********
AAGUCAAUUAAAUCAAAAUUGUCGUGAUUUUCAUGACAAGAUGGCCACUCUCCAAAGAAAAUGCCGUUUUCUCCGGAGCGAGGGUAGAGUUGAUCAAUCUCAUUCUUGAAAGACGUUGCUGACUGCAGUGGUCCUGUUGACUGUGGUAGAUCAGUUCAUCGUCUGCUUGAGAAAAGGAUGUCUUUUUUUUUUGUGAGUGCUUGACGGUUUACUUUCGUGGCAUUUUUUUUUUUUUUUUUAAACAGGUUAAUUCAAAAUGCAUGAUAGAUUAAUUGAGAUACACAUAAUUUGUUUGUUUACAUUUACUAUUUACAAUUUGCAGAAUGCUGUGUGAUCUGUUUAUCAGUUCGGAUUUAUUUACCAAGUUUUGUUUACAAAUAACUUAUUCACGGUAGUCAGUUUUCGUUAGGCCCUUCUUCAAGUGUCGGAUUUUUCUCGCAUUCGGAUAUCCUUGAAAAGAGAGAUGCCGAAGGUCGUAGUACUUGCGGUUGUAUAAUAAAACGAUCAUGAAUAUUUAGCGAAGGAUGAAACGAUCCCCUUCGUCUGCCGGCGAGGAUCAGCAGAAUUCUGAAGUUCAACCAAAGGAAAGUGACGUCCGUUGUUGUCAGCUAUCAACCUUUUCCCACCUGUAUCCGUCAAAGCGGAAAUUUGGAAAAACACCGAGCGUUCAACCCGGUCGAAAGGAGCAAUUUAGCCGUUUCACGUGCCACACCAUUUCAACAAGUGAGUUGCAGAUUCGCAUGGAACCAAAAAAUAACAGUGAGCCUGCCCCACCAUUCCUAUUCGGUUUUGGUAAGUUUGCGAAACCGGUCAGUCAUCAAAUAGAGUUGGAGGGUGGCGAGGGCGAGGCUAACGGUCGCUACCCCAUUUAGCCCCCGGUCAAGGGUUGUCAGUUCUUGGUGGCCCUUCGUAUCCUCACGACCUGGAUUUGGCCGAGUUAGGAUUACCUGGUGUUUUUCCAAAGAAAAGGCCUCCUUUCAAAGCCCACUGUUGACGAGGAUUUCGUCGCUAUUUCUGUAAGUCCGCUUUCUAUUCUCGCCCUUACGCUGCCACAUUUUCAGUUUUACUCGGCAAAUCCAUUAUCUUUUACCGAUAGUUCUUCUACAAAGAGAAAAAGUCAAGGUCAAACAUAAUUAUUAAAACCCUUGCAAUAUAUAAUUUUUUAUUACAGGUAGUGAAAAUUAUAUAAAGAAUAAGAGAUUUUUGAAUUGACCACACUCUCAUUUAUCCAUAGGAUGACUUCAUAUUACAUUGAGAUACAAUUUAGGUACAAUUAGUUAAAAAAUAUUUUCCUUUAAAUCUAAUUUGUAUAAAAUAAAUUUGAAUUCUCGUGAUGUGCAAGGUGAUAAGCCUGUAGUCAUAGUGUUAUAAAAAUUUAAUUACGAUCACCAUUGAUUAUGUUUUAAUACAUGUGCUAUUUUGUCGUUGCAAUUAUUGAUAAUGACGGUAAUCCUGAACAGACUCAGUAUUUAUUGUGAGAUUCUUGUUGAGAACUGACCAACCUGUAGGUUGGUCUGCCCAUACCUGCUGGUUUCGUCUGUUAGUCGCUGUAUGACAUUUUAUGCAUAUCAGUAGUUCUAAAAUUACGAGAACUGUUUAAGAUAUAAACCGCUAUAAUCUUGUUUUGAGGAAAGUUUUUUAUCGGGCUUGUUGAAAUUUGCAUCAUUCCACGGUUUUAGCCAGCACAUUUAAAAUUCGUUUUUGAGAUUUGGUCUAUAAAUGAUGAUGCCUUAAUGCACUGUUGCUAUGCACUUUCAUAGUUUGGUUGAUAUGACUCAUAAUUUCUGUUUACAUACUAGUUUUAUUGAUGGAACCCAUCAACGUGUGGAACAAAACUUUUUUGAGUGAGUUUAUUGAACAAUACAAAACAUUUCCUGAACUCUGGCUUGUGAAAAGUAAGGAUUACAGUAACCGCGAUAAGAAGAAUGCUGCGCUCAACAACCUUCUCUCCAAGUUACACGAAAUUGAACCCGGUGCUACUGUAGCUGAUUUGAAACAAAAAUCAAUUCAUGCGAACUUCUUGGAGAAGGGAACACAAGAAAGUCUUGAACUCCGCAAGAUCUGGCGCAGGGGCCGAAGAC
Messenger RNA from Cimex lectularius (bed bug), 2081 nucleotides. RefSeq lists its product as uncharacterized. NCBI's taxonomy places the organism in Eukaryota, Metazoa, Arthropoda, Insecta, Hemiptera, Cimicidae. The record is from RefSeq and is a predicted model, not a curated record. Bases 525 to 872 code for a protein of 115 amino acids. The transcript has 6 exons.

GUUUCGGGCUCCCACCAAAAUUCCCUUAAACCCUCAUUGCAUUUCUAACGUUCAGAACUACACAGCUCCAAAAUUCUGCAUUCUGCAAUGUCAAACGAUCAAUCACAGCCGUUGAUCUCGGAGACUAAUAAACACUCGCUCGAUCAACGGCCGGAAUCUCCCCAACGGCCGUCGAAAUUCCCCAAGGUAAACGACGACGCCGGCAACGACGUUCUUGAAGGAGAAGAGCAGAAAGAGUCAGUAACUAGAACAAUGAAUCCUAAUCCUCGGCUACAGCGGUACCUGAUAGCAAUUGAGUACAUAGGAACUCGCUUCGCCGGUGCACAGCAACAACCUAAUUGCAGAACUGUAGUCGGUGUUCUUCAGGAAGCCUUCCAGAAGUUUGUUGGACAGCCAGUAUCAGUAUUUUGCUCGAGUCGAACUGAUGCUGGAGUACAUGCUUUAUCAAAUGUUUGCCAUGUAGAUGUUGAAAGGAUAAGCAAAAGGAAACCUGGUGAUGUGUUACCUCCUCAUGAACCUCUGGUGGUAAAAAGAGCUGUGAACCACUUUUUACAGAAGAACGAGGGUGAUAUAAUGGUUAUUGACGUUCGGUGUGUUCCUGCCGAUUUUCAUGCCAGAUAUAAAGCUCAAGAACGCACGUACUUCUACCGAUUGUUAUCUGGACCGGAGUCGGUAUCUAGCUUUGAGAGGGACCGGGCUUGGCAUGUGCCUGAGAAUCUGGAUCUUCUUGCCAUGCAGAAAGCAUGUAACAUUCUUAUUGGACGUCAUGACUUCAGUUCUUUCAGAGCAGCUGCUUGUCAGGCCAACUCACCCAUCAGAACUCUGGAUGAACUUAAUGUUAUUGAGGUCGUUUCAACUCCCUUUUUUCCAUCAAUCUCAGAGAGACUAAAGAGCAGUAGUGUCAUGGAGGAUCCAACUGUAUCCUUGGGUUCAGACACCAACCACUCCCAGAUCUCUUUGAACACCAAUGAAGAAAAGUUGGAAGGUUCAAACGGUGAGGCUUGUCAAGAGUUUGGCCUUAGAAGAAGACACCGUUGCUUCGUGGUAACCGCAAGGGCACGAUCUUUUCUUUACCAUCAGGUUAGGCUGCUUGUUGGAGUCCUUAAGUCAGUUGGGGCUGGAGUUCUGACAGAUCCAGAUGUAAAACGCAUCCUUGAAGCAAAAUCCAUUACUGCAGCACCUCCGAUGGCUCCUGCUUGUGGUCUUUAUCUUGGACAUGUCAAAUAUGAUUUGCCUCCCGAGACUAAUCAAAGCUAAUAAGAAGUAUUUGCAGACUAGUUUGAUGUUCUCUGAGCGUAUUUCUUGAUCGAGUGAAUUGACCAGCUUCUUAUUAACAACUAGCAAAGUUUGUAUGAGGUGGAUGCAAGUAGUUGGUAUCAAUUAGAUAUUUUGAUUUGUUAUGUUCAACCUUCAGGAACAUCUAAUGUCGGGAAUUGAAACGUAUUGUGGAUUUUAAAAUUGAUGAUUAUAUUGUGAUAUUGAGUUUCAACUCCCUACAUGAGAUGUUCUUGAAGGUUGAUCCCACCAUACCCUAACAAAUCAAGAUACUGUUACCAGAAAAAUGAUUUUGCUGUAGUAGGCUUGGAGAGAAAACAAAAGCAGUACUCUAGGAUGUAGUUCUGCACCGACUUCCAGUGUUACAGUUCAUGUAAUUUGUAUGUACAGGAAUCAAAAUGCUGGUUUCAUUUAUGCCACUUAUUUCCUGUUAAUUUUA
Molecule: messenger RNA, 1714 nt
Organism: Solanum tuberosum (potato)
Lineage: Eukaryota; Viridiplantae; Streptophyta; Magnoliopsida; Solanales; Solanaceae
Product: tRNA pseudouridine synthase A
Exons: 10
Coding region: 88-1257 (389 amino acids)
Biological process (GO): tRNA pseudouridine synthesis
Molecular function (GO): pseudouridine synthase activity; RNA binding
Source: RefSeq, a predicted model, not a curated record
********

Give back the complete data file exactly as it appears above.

AAGUCAAUUAAAUCAAAAUUGUCGUGAUUUUCAUGACAAGAUGGCCACUCUCCAAAGAAAAUGCCGUUUUCUCCGGAGCGAGGGUAGAGUUGAUCAAUCUCAUUCUUGAAAGACGUUGCUGACUGCAGUGGUCCUGUUGACUGUGGUAGAUCAGUUCAUCGUCUGCUUGAGAAAAGGAUGUCUUUUUUUUUUGUGAGUGCUUGACGGUUUACUUUCGUGGCAUUUUUUUUUUUUUUUUUAAACAGGUUAAUUCAAAAUGCAUGAUAGAUUAAUUGAGAUACACAUAAUUUGUUUGUUUACAUUUACUAUUUACAAUUUGCAGAAUGCUGUGUGAUCUGUUUAUCAGUUCGGAUUUAUUUACCAAGUUUUGUUUACAAAUAACUUAUUCACGGUAGUCAGUUUUCGUUAGGCCCUUCUUCAAGUGUCGGAUUUUUCUCGCAUUCGGAUAUCCUUGAAAAGAGAGAUGCCGAAGGUCGUAGUACUUGCGGUUGUAUAAUAAAACGAUCAUGAAUAUUUAGCGAAGGAUGAAACGAUCCCCUUCGUCUGCCGGCGAGGAUCAGCAGAAUUCUGAAGUUCAACCAAAGGAAAGUGACGUCCGUUGUUGUCAGCUAUCAACCUUUUCCCACCUGUAUCCGUCAAAGCGGAAAUUUGGAAAAACACCGAGCGUUCAACCCGGUCGAAAGGAGCAAUUUAGCCGUUUCACGUGCCACACCAUUUCAACAAGUGAGUUGCAGAUUCGCAUGGAACCAAAAAAUAACAGUGAGCCUGCCCCACCAUUCCUAUUCGGUUUUGGUAAGUUUGCGAAACCGGUCAGUCAUCAAAUAGAGUUGGAGGGUGGCGAGGGCGAGGCUAACGGUCGCUACCCCAUUUAGCCCCCGGUCAAGGGUUGUCAGUUCUUGGUGGCCCUUCGUAUCCUCACGACCUGGAUUUGGCCGAGUUAGGAUUACCUGGUGUUUUUCCAAAGAAAAGGCCUCCUUUCAAAGCCCACUGUUGACGAGGAUUUCGUCGCUAUUUCUGUAAGUCCGCUUUCUAUUCUCGCCCUUACGCUGCCACAUUUUCAGUUUUACUCGGCAAAUCCAUUAUCUUUUACCGAUAGUUCUUCUACAAAGAGAAAAAGUCAAGGUCAAACAUAAUUAUUAAAACCCUUGCAAUAUAUAAUUUUUUAUUACAGGUAGUGAAAAUUAUAUAAAGAAUAAGAGAUUUUUGAAUUGACCACACUCUCAUUUAUCCAUAGGAUGACUUCAUAUUACAUUGAGAUACAAUUUAGGUACAAUUAGUUAAAAAAUAUUUUCCUUUAAAUCUAAUUUGUAUAAAAUAAAUUUGAAUUCUCGUGAUGUGCAAGGUGAUAAGCCUGUAGUCAUAGUGUUAUAAAAAUUUAAUUACGAUCACCAUUGAUUAUGUUUUAAUACAUGUGCUAUUUUGUCGUUGCAAUUAUUGAUAAUGACGGUAAUCCUGAACAGACUCAGUAUUUAUUGUGAGAUUCUUGUUGAGAACUGACCAACCUGUAGGUUGGUCUGCCCAUACCUGCUGGUUUCGUCUGUUAGUCGCUGUAUGACAUUUUAUGCAUAUCAGUAGUUCUAAAAUUACGAGAACUGUUUAAGAUAUAAACCGCUAUAAUCUUGUUUUGAGGAAAGUUUUUUAUCGGGCUUGUUGAAAUUUGCAUCAUUCCACGGUUUUAGCCAGCACAUUUAAAAUUCGUUUUUGAGAUUUGGUCUAUAAAUGAUGAUGCCUUAAUGCACUGUUGCUAUGCACUUUCAUAGUUUGGUUGAUAUGACUCAUAAUUUCUGUUUACAUACUAGUUUUAUUGAUGGAACCCAUCAACGUGUGGAACAAAACUUUUUUGAGUGAGUUUAUUGAACAAUACAAAACAUUUCCUGAACUCUGGCUUGUGAAAAGUAAGGAUUACAGUAACCGCGAUAAGAAGAAUGCUGCGCUCAACAACCUUCUCUCCAAGUUACACGAAAUUGAACCCGGUGCUACUGUAGCUGAUUUGAAACAAAAAUCAAUUCAUGCGAACUUCUUGGAGAAGGGAACACAAGAAAGUCUUGAACUCCGCAAGAUCUGGCGCAGGGGCCGAAGAC
Messenger RNA from Cimex lectularius (bed bug), 2081 nucleotides. RefSeq lists its product as uncharacterized. NCBI's taxonomy places the organism in Eukaryota, Metazoa, Arthropoda, Insecta, Hemiptera, Cimicidae. The record is from RefSeq and is a predicted model, not a curated record. Bases 525 to 872 code for a protein of 115 amino acids. The transcript has 6 exons.

GUUUCGGGCUCCCACCAAAAUUCCCUUAAACCCUCAUUGCAUUUCUAACGUUCAGAACUACACAGCUCCAAAAUUCUGCAUUCUGCAAUGUCAAACGAUCAAUCACAGCCGUUGAUCUCGGAGACUAAUAAACACUCGCUCGAUCAACGGCCGGAAUCUCCCCAACGGCCGUCGAAAUUCCCCAAGGUAAACGACGACGCCGGCAACGACGUUCUUGAAGGAGAAGAGCAGAAAGAGUCAGUAACUAGAACAAUGAAUCCUAAUCCUCGGCUACAGCGGUACCUGAUAGCAAUUGAGUACAUAGGAACUCGCUUCGCCGGUGCACAGCAACAACCUAAUUGCAGAACUGUAGUCGGUGUUCUUCAGGAAGCCUUCCAGAAGUUUGUUGGACAGCCAGUAUCAGUAUUUUGCUCGAGUCGAACUGAUGCUGGAGUACAUGCUUUAUCAAAUGUUUGCCAUGUAGAUGUUGAAAGGAUAAGCAAAAGGAAACCUGGUGAUGUGUUACCUCCUCAUGAACCUCUGGUGGUAAAAAGAGCUGUGAACCACUUUUUACAGAAGAACGAGGGUGAUAUAAUGGUUAUUGACGUUCGGUGUGUUCCUGCCGAUUUUCAUGCCAGAUAUAAAGCUCAAGAACGCACGUACUUCUACCGAUUGUUAUCUGGACCGGAGUCGGUAUCUAGCUUUGAGAGGGACCGGGCUUGGCAUGUGCCUGAGAAUCUGGAUCUUCUUGCCAUGCAGAAAGCAUGUAACAUUCUUAUUGGACGUCAUGACUUCAGUUCUUUCAGAGCAGCUGCUUGUCAGGCCAACUCACCCAUCAGAACUCUGGAUGAACUUAAUGUUAUUGAGGUCGUUUCAACUCCCUUUUUUCCAUCAAUCUCAGAGAGACUAAAGAGCAGUAGUGUCAUGGAGGAUCCAACUGUAUCCUUGGGUUCAGACACCAACCACUCCCAGAUCUCUUUGAACACCAAUGAAGAAAAGUUGGAAGGUUCAAACGGUGAGGCUUGUCAAGAGUUUGGCCUUAGAAGAAGACACCGUUGCUUCGUGGUAACCGCAAGGGCACGAUCUUUUCUUUACCAUCAGGUUAGGCUGCUUGUUGGAGUCCUUAAGUCAGUUGGGGCUGGAGUUCUGACAGAUCCAGAUGUAAAACGCAUCCUUGAAGCAAAAUCCAUUACUGCAGCACCUCCGAUGGCUCCUGCUUGUGGUCUUUAUCUUGGACAUGUCAAAUAUGAUUUGCCUCCCGAGACUAAUCAAAGCUAAUAAGAAGUAUUUGCAGACUAGUUUGAUGUUCUCUGAGCGUAUUUCUUGAUCGAGUGAAUUGACCAGCUUCUUAUUAACAACUAGCAAAGUUUGUAUGAGGUGGAUGCAAGUAGUUGGUAUCAAUUAGAUAUUUUGAUUUGUUAUGUUCAACCUUCAGGAACAUCUAAUGUCGGGAAUUGAAACGUAUUGUGGAUUUUAAAAUUGAUGAUUAUAUUGUGAUAUUGAGUUUCAACUCCCUACAUGAGAUGUUCUUGAAGGUUGAUCCCACCAUACCCUAACAAAUCAAGAUACUGUUACCAGAAAAAUGAUUUUGCUGUAGUAGGCUUGGAGAGAAAACAAAAGCAGUACUCUAGGAUGUAGUUCUGCACCGACUUCCAGUGUUACAGUUCAUGUAAUUUGUAUGUACAGGAAUCAAAAUGCUGGUUUCAUUUAUGCCACUUAUUUCCUGUUAAUUUUA
Molecule: messenger RNA, 1714 nt
Organism: Solanum tuberosum (potato)
Lineage: Eukaryota; Viridiplantae; Streptophyta; Magnoliopsida; Solanales; Solanaceae
Product: tRNA pseudouridine synthase A
Exons: 10
Coding region: 88-1257 (389 amino acids)
Biological process (GO): tRNA pseudouridine synthesis
Molecular function (GO): pseudouridine synthase activity; RNA binding
Source: RefSeq, a predicted model, not a curated record